he advent of 3-D printing brought on a number of innovations worthy of news coverage. Printers have created prosthetic hands, action figures, food, even blood vessels, simply by depositing layer after layer of different kinds of ink.

Now a handful of engineers around the world are trying to push the boundaries one step further — by printing objects that can build themselves.

It’s called 4-D printing, and the fourth dimension in this case is time. Here’s how it works: A 3-D printer with extremely high resolution uses materials that can respond to outside stimuli, like heat or light, as ink. The resulting structure can change, move or even assemble itself after it’s been printed.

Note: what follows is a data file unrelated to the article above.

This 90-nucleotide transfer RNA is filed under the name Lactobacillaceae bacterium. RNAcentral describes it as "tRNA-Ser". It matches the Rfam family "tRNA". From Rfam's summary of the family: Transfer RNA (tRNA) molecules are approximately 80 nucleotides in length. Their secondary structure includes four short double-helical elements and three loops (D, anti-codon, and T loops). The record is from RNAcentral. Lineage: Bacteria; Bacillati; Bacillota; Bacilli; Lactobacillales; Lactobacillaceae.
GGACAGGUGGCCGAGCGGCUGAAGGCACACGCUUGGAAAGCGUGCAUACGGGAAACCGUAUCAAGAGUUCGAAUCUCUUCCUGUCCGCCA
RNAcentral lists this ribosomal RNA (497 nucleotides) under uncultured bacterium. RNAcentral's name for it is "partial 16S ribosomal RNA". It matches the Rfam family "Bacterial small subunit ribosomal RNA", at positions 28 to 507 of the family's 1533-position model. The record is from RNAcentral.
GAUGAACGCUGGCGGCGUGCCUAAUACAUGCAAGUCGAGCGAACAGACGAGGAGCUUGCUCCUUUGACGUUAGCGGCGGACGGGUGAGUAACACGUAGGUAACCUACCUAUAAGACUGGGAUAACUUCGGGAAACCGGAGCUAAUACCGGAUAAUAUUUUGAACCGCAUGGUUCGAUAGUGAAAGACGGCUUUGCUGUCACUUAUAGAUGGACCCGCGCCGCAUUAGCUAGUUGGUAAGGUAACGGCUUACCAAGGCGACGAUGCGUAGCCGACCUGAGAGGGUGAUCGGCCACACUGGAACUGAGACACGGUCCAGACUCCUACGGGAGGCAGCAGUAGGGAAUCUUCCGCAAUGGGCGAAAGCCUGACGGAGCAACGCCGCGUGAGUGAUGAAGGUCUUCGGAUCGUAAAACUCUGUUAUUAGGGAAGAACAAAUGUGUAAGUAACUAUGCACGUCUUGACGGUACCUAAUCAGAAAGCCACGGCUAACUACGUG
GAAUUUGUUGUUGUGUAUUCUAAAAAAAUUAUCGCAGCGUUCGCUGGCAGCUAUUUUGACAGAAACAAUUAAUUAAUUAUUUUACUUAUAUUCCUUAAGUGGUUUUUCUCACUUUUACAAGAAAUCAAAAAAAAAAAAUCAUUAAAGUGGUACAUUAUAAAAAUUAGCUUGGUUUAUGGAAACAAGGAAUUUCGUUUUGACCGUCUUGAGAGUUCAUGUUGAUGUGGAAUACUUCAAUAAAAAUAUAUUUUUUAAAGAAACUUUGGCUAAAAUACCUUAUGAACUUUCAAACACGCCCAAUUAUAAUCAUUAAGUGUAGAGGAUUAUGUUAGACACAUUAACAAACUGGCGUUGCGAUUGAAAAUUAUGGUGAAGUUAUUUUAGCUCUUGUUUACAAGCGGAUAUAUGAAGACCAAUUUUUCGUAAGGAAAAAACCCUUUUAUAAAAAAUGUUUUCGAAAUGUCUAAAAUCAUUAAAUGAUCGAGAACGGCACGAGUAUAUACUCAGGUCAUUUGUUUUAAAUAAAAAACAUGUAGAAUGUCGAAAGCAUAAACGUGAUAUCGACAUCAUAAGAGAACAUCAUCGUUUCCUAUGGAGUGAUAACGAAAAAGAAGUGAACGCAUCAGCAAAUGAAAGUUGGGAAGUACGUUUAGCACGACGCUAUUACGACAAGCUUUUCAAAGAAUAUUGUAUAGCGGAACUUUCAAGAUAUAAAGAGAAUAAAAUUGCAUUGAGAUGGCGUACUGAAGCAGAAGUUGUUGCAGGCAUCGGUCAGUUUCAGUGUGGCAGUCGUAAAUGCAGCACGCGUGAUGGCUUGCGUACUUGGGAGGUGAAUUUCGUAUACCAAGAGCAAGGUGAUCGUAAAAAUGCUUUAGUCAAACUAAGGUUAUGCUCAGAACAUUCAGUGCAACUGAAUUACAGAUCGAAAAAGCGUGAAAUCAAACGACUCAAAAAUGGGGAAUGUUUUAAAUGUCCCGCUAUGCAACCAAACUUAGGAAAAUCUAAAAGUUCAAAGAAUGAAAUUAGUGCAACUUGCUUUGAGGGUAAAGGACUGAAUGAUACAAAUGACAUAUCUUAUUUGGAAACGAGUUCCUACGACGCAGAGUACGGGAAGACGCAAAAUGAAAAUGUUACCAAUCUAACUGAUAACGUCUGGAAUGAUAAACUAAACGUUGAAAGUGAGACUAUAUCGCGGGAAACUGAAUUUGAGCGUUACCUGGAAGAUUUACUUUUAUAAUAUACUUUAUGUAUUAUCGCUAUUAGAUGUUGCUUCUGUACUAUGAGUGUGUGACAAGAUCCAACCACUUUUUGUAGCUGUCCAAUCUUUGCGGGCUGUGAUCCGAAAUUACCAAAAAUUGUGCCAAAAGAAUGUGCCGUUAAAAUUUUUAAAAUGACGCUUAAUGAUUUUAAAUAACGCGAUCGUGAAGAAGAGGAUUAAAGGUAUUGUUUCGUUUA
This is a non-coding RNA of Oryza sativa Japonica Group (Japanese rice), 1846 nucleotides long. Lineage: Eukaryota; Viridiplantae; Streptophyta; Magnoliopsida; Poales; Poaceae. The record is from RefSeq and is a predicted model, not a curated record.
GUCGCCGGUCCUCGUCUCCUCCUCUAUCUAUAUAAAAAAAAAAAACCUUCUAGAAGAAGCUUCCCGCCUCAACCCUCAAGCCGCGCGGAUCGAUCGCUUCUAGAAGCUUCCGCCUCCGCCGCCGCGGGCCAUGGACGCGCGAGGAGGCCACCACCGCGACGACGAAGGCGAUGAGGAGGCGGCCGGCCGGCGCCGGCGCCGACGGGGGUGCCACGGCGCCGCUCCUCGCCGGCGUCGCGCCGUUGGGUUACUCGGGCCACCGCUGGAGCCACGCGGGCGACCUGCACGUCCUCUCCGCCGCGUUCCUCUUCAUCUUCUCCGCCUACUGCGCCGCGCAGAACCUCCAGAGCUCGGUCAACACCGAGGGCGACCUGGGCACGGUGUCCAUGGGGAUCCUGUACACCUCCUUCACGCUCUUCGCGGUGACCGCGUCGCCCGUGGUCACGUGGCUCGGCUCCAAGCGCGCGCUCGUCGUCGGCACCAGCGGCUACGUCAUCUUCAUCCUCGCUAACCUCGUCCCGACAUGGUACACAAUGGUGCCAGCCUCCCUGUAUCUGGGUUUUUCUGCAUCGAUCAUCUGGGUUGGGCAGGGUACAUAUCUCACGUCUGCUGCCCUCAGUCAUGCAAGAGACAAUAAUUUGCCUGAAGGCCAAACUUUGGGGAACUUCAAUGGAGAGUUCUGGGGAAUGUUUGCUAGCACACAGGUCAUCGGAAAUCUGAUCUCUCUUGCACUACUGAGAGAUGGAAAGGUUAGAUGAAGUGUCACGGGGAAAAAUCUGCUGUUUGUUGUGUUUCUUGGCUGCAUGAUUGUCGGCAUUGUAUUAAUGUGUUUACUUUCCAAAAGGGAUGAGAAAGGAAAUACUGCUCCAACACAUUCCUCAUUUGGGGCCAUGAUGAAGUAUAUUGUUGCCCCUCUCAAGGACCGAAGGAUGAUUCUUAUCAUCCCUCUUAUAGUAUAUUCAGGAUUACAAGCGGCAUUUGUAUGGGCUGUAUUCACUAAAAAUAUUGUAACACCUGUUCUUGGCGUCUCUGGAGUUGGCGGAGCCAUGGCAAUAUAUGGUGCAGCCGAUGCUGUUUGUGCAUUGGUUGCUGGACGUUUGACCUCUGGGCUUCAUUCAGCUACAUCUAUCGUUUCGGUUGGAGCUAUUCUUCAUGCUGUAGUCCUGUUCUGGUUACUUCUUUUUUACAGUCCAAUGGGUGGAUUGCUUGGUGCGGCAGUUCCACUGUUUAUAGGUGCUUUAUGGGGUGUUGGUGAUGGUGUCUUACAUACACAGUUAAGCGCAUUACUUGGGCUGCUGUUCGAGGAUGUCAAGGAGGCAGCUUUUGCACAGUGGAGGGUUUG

More details can be found here: http://wvpublic.org/post/4-d-printing-means-building-things-build-themselves